Updated at 4:15 pm EST
Stocks extended declines into a fourth consecutive session Friday, while global stocks fell to the lowest levels in two years, as investors retreated from risk markets amid hawkish central bank rate signaling and slumping global growth.
Stocks were also hit by the spillover impact of Britain's first budget under new Prime Minister Liz Truss, which includes an extra $80 billion in borrowing to pay for tax cuts and energy prices caps in the world's fifth-largest economy.
Benchmark 5-year Government Gilts, the equivalent of a Treasury bond, suffered their biggest single-day decline since 1991 while the pound slumped more than 3.5% to a fresh 37-year low of 1.0896 against the dollar.
The Federal Reserve's 75 basis point rate hike earlier this week, the third in succession, was echoed by both moves and rhetoric from central banks around the world this week, lifting benchmark borrowing costs and paring global stocks.
Further jumbo rate hikes are on the cards, as well, with the CME Group's FedWatch indicating a 77.1% chance of another 75 basis point increase in November, up from 0% in late August.
The hawkishness has, for the most part, only benefited the U.S. dollar, which scaled to another 20-year peak against its global peers despite the first currency market intervention from the Bank of Japan -- aimed at bolstering the beaten-down yen -- since 1998.
Economic activity data from Europe underscored the impact of both rate hikes and hawkish signaling, with Germany's powerhouse manufacturing sector indicating a deep September contraction and the region-wide composite PMI reading holding below the 50 point mark that indicates growth for the second consecutive month.
In the U.S., where the Atlanta Fed's GDPNow forecasting tool suggests third-quarter growth of just 0.3%, the bond market continues to flash recession warnings, with benchmark 2-year note yields rising to 4.165% in New York trading, placing them around 50 basis points north of 10-year notes.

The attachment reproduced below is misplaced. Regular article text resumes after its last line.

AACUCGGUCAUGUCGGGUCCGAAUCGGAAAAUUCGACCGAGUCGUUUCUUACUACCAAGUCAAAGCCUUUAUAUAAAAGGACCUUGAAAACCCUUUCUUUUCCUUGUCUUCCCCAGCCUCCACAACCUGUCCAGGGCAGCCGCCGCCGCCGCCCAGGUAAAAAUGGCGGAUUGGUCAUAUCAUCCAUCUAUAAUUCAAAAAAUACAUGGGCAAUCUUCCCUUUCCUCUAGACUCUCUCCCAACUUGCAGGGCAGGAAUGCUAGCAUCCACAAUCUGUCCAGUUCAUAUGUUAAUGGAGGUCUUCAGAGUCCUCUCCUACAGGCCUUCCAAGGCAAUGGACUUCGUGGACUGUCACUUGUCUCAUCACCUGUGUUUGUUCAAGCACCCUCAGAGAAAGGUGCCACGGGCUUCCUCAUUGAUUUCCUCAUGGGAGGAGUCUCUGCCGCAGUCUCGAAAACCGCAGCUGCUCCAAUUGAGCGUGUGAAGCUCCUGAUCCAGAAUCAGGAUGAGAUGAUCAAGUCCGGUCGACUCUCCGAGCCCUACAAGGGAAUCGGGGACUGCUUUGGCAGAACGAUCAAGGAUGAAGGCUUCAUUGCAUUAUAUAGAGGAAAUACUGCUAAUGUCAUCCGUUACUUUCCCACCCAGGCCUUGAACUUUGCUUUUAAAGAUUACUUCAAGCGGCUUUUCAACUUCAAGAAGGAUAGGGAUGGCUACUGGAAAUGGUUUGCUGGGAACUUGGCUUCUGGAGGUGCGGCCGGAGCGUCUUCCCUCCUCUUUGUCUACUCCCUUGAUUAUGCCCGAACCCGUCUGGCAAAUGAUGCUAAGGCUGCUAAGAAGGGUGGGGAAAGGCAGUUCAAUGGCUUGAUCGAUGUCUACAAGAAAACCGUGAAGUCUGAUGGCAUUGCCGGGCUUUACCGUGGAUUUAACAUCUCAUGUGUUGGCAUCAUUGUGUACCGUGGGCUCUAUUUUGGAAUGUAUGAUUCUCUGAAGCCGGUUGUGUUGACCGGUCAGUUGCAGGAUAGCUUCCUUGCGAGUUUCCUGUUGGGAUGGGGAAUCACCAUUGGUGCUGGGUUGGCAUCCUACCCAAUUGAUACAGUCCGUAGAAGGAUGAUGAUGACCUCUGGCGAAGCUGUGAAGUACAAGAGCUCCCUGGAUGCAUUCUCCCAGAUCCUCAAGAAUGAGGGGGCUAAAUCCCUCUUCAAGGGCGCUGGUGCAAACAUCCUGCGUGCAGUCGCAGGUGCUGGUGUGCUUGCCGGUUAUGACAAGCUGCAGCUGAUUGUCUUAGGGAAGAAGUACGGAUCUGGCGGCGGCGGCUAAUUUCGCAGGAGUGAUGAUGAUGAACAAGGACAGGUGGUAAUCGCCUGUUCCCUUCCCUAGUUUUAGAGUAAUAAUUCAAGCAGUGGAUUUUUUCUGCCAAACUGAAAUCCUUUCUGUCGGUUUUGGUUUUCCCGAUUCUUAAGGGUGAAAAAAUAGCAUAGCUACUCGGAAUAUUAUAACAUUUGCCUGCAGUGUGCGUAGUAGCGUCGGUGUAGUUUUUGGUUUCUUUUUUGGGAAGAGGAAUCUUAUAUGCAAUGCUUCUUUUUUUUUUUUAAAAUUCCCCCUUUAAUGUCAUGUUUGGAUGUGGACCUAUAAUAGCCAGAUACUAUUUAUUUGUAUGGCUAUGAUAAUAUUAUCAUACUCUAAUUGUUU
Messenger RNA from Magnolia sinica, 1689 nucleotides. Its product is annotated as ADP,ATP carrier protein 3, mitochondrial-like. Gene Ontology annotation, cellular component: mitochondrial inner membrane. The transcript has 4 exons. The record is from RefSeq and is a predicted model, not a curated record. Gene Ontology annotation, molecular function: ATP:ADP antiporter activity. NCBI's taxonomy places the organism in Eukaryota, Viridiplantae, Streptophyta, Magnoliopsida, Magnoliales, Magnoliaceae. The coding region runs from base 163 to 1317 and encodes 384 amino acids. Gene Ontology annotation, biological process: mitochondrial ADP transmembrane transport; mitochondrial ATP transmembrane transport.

U.S. Treasury bond yields, in fact, have risen more than 110 basis points since August 1, Bank of America noted in its weekly 'Flow Show' report, helping put global bond markets on pace for their biggest annual declines in more than seven decades.
Goldman Sachs, meanwhile, cut its full-year target for the S&P 500 to 3,600 as investors add to concerns over a so-called 'hard landing' for the world's biggest economy.
The U.S. dollar index rose another 1.28% in New York trading to hit a fresh two-decade high of 112.776, pushing both euro to 0.9709. The index was at 112.96 at last check.
Stocks in Europe were back in the red Friday, as well, with the Stoxx 600 marked 2.28% by the close of trading in Frankfurt and the FTSE 100 down 2% in London as finance minister Kwasi Kwarteng delivered the first budget statement to lawmakers in Parliament.
That followed a 1.65% decline for the MSCI ex-Japan index in Asia as stocks in China remain stuck at four-month lows on renewed growth concerns in the world's second-largest economy.
In the U.S., the S&P 500 ended down 1.72%, while the Dow Jones Industrial Average fell 486 points, or 1.62%, to 29,590, finishing below the 30,000 mark for the first time since the mid-June lows and marked a new low for the year. The tech-focused Nasdaq lost 1.80%.
DocuSign (DOCU) shares ended down nearly 3% amid the tech stock selloff, after the online signature vending group named former Google ad executive Allan Thygesen as group CEO.
Boeing (BA) fell 5.4% after the planemaker, as well as former CEO Dennis Muilenburg, agreed to pay just over $200 million in fines to the U.S. Securities and Exchange Commission for misleading investors in the aftermath of two fatal crashes of its 737 MAX aircraft.
Apple (AAPL) , meanwhile, looks to have stolen a march on its big tech rivals in the bidding war for rights to the NFL Sunday Ticker package of programing after reaching at deal late Thursday to sponsor the Super Bowl halftime show. Shares ended down 1.51%.